Mullumbimby, or “Mullum” as it is affectionately known by the locals, is a historic country town located in the North of the Northern Rivers in NSW. Known as the “Biggest Little Town in Australia” because of how much this charming little town offers.
Located 20 minutes drive inland from Byron Bay, 30 minutes South of the Gold Coast Airport in Coolangatta and 30 minutes North of the Ballina Airport, Mullumbimby is only a short trip to stunning beaches, subtropical rainforests, a huge range of tourist activities and natural attractions.
Originally occupied by the Bundjalung people, by the 1850s a British camp site was established at the junction of the three arms of the Brunswick River. This grew to become a village and later the township of Mullumbimby. The name was given to the district by Aboriginal people possibly because of the proximity of Mount Chincogan. It is alternatively believed to refer to a small round hill on Mainarm Rd (and not referring to Chincogan, the local landmark). The name of this small round hill is derived from the Bandjalung-Yugambeh dialect ‘mulubinba’ (pertaining to a native fern which grew there).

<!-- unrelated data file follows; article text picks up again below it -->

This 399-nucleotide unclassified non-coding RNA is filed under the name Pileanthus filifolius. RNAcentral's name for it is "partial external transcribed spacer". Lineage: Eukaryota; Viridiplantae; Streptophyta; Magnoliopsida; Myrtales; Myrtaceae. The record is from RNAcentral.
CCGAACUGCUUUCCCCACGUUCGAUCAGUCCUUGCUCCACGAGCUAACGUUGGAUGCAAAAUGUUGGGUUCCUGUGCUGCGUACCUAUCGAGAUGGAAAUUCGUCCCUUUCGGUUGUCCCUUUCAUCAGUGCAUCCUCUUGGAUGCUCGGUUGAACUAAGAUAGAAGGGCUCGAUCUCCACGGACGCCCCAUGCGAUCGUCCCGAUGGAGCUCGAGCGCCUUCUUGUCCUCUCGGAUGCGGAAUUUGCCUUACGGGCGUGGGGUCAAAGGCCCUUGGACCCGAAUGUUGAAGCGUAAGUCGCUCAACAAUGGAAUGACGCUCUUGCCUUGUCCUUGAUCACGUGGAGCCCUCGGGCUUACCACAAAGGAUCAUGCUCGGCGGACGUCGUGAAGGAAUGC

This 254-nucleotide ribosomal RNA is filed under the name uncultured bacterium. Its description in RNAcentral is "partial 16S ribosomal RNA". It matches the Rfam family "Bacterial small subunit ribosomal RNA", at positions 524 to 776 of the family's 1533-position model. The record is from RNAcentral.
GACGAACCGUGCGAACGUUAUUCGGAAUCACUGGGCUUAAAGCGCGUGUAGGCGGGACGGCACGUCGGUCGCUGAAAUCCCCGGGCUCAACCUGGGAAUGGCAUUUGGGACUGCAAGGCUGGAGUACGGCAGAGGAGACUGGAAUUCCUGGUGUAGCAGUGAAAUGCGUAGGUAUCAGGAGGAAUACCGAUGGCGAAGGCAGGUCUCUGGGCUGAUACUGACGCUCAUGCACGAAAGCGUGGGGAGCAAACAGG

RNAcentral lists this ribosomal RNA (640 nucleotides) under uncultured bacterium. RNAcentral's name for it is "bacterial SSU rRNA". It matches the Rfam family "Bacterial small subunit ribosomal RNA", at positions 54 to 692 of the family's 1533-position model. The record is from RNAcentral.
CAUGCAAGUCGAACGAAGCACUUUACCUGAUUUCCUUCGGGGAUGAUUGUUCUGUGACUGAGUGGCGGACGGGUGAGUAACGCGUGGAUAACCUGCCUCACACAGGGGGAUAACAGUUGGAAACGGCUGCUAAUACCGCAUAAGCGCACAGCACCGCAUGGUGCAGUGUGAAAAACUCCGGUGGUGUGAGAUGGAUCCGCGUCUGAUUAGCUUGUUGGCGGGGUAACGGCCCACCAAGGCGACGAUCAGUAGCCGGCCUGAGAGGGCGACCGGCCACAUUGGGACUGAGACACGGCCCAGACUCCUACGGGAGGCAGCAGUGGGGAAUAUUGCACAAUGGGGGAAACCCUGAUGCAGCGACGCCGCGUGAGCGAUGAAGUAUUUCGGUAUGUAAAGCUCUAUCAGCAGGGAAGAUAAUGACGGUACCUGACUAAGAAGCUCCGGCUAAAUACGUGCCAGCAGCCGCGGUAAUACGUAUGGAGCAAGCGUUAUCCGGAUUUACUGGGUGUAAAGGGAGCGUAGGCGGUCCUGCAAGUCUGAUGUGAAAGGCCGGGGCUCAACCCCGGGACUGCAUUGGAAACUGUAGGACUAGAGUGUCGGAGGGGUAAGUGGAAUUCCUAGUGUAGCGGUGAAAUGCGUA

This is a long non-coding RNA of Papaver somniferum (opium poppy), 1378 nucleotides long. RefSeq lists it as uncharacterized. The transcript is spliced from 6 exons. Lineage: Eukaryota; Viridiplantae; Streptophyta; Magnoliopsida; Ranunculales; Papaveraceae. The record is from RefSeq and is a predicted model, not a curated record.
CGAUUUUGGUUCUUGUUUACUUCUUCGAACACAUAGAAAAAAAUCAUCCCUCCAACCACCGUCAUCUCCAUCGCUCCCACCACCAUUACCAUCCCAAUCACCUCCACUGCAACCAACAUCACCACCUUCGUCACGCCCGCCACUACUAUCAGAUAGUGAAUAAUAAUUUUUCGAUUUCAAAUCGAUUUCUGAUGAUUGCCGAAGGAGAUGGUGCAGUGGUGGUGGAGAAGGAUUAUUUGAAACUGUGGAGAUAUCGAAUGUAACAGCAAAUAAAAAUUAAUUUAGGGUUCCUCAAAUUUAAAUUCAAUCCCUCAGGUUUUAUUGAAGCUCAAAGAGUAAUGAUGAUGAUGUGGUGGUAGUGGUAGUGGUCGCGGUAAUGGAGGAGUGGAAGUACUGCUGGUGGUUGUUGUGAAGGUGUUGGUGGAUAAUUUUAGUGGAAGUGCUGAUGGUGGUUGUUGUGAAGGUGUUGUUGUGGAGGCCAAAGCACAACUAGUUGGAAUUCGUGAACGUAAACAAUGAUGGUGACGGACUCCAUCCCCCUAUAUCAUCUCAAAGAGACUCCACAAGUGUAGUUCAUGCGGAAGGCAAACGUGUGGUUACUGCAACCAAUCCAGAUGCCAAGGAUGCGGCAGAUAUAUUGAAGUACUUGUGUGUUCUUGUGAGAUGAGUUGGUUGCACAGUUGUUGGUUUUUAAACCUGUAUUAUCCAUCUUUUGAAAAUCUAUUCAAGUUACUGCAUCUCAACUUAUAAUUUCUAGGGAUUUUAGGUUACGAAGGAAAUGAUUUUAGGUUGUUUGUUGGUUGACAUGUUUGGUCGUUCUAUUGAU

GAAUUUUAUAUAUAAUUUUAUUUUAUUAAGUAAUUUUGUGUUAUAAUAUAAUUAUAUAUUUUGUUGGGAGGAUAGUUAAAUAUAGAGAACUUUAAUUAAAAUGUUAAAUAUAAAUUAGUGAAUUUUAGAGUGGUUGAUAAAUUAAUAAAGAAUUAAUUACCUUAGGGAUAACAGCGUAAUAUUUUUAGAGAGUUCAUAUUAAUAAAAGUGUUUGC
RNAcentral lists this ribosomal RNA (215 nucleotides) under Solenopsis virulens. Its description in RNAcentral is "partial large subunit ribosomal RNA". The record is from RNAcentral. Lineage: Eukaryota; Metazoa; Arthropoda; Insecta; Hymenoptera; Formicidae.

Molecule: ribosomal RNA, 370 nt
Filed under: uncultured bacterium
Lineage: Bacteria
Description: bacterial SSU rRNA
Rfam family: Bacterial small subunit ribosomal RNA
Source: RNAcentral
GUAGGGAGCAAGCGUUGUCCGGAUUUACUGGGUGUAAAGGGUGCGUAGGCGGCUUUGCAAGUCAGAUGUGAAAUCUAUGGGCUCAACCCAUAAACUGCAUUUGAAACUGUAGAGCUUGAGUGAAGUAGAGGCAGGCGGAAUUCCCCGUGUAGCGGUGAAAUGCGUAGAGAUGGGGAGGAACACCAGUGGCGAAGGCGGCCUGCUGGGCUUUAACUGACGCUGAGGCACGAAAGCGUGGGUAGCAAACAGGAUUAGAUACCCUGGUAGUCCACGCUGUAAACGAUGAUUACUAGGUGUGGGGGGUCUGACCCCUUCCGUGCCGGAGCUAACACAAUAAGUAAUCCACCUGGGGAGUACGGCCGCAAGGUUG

It was an excellent site because the river was tidal and could be easily navigated to that point. Its central location gave access to all areas of the catchment area and it provided the best position for bullock teams to cross the river with their wagons loaded with timber. At low tide it is still possible to see the shallow region where the bullocks made the crossing of the Brunswick River.
Mullumbimby was a separate municipality from 1908 until 1980 when it was forced to amalgamate with the Byron Shire. The Byron Shire Council offices were relocated to Mullumbimby in the 1990s.
Byron Shire, including Mullumbimby and nearby Byron Bay, became a centre of alternative or counter culture alongside the extant mainstream culture in the 1970s and 1980s, and remains so today. Mullumbimby is also a farming community, with a number of banana, cane, cattle and dairy farms around the township.